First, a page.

After seemingly disappearing clean off the face of the Earth, Maserati is BACK! With a butterfly-doored mid-engine supercar that looks… an awful lot like a McLaren 600TL…
The twin-turbocharged halo car is set to be semi-affordable, and bring some serious firepower under the hood that will rival even the savviest supercars on the road. Is the Maserati MC20 a direct shot at McLaren’s market share? Has Maserati really been sleeping that long?
Listen up! Because Maserati is back in a big way, and we’re going to tell you everything you need to know about the MC20!
When you think about that trident logo shining on the front grill, you typically don’t associate it with racetrack technology. Maserati has been churning out luxury sedans for what feels like eons, since the birth of the company back in the stone ages of 1914.
Alfieri Maserati and his proteges have been rolling out smash-hit sedans like the Quattroporte, their four-doored V8-driven golden child which sells for around $100,000 And their most recent sedan experiment, the Ghibli, which seems like it was designed to be a direct competitor with the BMW 5-series.
But what you might not know is that Maserati, for the first 20 years of the marque’s existence, built exclusively race cars. Well… race cars and racing boats! That’s right, Maserati used to make speedy sea-faring beasts like this super old water wagon, and they’re actually still making racing boats for yacht races like the Transpac 50!!!
But where the Maserati trident really made a name for itself, was on the Grand Prix track, with Alfieri Maserati’s first ever steel-framed brain-baby, the Tipo 26, which took first place in the Grand Prix class at the 1926 Targa Florio. They then went on to make waves at the Indy 500 with the 8CTF snagging the overall trophy in 1939 and 1940.
After all these years of straying away from the racetrack and building plush leather-wrapped luxury sedans, even unveiling their first ever SUV, the Levante Trofeo in 2016, Maserati seems to be going back to its racing roots, with its all-new MC20 high-tech supercar, the first super Maserati’s put out in 15 years and an evolution of the Maserati’s last race-based megacar, the MC12.
The 12 was an absolute beast. With just a press on the accelerator and a flick of the gearshift paddles, this lightning fast spyder will be kicking in its rev limiters when you hit 7700 RPMs as you’re blasting down the track at 60 miles per hour in just 3.5 seconds, with all that power emanating from a 624-horsepower 48-valve V12!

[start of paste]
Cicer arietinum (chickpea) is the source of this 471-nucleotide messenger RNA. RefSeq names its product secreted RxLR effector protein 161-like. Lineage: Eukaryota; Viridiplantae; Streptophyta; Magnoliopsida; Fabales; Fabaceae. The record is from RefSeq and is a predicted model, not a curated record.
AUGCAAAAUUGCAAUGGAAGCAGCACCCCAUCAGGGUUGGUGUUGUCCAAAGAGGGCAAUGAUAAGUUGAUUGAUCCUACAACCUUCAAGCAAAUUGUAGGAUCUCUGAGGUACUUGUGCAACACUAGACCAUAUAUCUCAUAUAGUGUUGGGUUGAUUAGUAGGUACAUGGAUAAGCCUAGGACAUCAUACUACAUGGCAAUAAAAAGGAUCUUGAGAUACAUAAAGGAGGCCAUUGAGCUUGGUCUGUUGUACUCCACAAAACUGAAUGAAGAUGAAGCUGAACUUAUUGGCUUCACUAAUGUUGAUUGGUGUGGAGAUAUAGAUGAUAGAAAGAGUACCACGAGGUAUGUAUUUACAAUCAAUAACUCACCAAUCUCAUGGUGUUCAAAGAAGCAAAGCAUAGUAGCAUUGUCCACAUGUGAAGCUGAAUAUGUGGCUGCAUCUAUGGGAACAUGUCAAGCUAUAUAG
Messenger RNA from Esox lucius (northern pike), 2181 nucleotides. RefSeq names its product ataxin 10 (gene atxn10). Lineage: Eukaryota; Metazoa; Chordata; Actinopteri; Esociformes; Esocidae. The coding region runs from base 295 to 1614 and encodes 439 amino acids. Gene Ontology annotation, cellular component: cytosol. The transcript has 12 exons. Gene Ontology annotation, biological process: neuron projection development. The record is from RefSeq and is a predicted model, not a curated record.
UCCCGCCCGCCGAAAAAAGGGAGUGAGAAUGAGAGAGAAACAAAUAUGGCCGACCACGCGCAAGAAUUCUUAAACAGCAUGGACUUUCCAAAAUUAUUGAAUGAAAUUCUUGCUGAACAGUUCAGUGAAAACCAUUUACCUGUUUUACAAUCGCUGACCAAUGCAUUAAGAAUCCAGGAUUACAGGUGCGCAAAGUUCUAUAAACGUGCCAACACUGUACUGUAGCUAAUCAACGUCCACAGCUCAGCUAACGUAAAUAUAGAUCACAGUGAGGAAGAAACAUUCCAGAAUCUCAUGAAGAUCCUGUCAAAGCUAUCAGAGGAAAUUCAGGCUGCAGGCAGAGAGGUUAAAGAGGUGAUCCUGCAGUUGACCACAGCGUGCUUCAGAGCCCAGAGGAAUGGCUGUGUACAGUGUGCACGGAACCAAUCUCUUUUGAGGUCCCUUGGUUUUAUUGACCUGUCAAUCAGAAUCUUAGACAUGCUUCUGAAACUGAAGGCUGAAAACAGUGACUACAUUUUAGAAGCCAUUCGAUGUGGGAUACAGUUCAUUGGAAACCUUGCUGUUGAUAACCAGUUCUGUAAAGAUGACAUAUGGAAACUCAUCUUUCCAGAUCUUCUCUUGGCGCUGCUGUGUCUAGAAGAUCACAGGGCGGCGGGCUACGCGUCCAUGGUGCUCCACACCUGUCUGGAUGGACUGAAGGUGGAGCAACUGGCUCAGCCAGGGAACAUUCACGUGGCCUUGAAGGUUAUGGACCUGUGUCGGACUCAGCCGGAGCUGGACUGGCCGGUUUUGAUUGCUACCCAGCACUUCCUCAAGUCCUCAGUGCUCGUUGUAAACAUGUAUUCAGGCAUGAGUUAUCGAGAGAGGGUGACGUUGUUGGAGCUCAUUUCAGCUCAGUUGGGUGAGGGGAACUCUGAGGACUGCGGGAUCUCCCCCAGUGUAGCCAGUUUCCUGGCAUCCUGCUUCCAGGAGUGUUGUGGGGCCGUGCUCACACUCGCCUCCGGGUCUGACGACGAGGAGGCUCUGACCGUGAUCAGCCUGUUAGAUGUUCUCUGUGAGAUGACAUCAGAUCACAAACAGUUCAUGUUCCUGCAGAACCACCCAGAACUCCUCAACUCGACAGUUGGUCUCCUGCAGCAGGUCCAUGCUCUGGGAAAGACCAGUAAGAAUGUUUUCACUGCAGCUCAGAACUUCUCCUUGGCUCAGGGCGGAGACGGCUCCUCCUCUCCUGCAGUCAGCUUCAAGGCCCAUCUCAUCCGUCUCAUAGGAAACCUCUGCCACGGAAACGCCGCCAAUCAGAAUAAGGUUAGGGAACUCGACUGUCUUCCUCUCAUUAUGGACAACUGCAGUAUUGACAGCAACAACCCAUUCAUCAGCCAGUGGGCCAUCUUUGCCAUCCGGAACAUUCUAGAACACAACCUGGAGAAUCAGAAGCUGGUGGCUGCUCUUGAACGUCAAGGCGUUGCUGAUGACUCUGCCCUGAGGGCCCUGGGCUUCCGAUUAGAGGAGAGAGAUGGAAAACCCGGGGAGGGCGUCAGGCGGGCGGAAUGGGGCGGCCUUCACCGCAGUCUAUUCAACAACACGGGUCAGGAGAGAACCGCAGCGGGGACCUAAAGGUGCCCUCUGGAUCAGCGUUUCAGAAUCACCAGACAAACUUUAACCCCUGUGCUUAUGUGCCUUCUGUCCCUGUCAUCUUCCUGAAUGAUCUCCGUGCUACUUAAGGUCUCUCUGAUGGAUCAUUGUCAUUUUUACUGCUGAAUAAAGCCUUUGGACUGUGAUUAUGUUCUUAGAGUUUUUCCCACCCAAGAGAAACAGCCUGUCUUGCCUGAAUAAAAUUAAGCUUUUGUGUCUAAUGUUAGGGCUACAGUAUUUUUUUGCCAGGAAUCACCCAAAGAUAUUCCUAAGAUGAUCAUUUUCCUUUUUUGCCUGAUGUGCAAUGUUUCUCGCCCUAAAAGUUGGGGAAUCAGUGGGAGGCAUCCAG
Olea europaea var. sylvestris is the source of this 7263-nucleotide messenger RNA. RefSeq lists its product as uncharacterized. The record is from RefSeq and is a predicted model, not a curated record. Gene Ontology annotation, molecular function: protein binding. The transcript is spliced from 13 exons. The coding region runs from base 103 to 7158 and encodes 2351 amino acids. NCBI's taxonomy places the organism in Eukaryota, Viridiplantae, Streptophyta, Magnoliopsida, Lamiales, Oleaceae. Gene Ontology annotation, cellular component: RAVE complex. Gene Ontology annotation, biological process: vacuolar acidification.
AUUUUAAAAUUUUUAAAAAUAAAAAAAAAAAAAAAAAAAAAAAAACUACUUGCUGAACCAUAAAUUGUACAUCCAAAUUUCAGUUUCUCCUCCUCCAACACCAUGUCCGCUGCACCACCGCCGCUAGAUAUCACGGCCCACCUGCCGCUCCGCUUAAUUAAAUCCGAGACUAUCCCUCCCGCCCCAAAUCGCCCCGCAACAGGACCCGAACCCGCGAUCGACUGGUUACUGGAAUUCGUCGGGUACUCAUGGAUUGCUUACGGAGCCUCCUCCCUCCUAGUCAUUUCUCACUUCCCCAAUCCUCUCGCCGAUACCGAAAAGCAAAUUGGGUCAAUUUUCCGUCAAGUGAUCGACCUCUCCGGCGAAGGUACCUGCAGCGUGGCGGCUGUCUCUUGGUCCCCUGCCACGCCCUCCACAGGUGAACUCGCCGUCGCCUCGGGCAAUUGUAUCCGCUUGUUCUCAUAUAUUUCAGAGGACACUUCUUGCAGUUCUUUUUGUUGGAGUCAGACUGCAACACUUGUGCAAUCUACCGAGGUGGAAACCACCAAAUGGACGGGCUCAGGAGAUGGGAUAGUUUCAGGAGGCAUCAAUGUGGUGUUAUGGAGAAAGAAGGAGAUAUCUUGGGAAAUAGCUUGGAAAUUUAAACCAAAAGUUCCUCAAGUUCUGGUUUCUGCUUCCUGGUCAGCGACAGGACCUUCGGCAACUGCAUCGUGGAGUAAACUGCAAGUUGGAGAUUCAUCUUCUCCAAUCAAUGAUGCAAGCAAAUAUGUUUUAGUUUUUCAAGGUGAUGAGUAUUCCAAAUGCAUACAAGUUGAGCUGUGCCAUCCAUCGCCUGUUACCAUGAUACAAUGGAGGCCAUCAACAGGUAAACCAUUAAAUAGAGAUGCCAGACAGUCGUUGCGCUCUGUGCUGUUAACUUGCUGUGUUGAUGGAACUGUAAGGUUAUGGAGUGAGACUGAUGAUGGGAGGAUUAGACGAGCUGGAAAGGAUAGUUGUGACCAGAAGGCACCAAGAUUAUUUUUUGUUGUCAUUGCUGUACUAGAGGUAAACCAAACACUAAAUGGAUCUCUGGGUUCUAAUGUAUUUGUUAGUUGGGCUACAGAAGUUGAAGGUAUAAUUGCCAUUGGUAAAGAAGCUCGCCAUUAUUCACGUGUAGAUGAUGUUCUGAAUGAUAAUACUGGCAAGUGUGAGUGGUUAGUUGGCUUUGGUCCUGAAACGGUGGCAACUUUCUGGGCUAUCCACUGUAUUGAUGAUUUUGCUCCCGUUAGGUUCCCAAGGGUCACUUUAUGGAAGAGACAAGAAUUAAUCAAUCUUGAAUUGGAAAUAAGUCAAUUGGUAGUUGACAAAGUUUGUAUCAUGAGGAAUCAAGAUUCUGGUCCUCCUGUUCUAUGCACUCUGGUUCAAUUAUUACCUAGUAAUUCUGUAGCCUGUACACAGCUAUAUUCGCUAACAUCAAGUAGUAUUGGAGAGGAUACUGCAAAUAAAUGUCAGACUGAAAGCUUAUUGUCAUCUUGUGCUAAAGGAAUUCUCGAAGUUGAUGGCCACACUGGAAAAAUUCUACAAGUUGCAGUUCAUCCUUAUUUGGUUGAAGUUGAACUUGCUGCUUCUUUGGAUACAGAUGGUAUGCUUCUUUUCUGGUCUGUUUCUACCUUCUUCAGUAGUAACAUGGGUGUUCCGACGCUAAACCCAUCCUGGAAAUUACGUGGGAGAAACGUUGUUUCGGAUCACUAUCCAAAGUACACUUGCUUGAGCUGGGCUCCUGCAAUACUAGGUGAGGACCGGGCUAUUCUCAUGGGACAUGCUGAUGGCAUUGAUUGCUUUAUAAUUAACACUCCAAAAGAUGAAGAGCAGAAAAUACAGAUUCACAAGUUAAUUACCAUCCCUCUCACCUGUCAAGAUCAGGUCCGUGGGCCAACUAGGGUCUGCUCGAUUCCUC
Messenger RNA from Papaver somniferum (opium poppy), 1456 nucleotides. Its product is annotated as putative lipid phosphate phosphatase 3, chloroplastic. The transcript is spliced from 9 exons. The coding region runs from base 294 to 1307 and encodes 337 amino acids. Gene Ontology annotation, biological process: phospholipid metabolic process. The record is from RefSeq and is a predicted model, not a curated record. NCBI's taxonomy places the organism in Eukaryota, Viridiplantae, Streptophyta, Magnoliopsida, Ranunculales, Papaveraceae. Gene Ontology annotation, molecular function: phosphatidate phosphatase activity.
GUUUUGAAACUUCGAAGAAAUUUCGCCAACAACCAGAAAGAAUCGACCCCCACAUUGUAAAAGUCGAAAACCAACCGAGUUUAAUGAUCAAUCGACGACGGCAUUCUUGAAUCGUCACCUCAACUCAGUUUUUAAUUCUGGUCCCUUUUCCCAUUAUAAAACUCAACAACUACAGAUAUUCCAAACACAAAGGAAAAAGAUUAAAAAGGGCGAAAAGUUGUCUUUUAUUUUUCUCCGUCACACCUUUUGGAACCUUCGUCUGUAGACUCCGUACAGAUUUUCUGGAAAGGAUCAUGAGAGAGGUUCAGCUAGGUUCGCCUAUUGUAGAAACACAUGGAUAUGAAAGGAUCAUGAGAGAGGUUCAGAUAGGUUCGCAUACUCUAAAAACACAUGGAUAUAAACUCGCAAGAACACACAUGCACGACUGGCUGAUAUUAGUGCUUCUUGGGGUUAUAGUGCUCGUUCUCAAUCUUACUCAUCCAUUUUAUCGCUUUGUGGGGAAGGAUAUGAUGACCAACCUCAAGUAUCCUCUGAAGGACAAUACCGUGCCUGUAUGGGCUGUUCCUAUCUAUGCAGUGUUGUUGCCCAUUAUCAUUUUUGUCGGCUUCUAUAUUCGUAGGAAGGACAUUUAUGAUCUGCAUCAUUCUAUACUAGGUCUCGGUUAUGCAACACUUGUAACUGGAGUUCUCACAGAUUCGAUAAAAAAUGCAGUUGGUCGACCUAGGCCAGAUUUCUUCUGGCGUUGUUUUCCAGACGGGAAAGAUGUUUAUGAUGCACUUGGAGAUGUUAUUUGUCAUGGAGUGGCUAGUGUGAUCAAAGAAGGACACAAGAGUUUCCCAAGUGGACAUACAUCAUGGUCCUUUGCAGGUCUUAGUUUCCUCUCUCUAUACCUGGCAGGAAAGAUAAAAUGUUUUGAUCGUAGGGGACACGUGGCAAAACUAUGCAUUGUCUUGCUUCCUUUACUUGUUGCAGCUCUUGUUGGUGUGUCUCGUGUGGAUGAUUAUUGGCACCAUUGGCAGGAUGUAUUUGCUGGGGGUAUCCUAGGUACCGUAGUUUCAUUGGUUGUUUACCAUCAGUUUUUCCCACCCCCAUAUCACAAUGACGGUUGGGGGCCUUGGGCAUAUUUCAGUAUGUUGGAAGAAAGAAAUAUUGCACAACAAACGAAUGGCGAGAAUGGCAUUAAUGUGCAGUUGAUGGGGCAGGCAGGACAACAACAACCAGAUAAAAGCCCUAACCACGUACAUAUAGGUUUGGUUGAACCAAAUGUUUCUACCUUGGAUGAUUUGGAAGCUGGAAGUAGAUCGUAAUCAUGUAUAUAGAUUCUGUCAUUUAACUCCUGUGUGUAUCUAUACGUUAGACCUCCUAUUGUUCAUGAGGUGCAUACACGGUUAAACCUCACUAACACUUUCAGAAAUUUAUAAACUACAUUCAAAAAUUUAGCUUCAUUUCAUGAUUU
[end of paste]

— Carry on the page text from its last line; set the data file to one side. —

As you can tell, we here at Ideal are big fans of the MC12, even if it is a seriously impractical car to stash in your home garage, especially with them being worth over $2,000,000 at this point. And with how mind-blowingly badass that warp-speed racing machine was, you know we’re fired up to take a look under the hood of the MC20!
But enough about the past… let’s talk about the future. Because the MC20’s going to shatter your perception of space and time with its mind-boggling technology, awe-inspiring style, and the fire-spitting powerplant it’s got under the hood.
Let’s get right into what really sets the MC20 apart from its predecessor, and from all those other supercars that the MC20 is making obsolete: the twin-combustion, twin-spark Nettuno V6! The beating heart of the MC20, the Nettuno was concocted in-house by Maserati and was named after the Italian word for the Roman god Neptune, which makes sense when you look at the god-like power the MC20 is bringing to the table.
This powerplant features a twin-spark system that’s reminiscent of a Formula One setup, including pre-chamber combustion with two separate combustion chambers to share power between the main chamber and the electrode, which reduces fuel consumption and lowers engine decibels at low RPM levels. I have no idea what any of that means but I’m going to guess it means FAST.
The MC20 will have five different driving modes: Sport, GT, Corsa, Wet and ESC-Off. And that last one? Yup, that’s right. No nannies!
And don’t get it twisted, just because this engine’s quiet and gets good fuel economy doesn’t mean it’s not mustering up some serious power. That 3-liter V6 Nettuno is capable of pushing out 621 horsepower and a pavement-punishing 538 pound-feet of torque! All that power is shot back to the rear axle through an 8-speed dual-clutch gearbox. And when those wheels start spinning? You can fire off 60 miles per hour in just 2.9 seconds!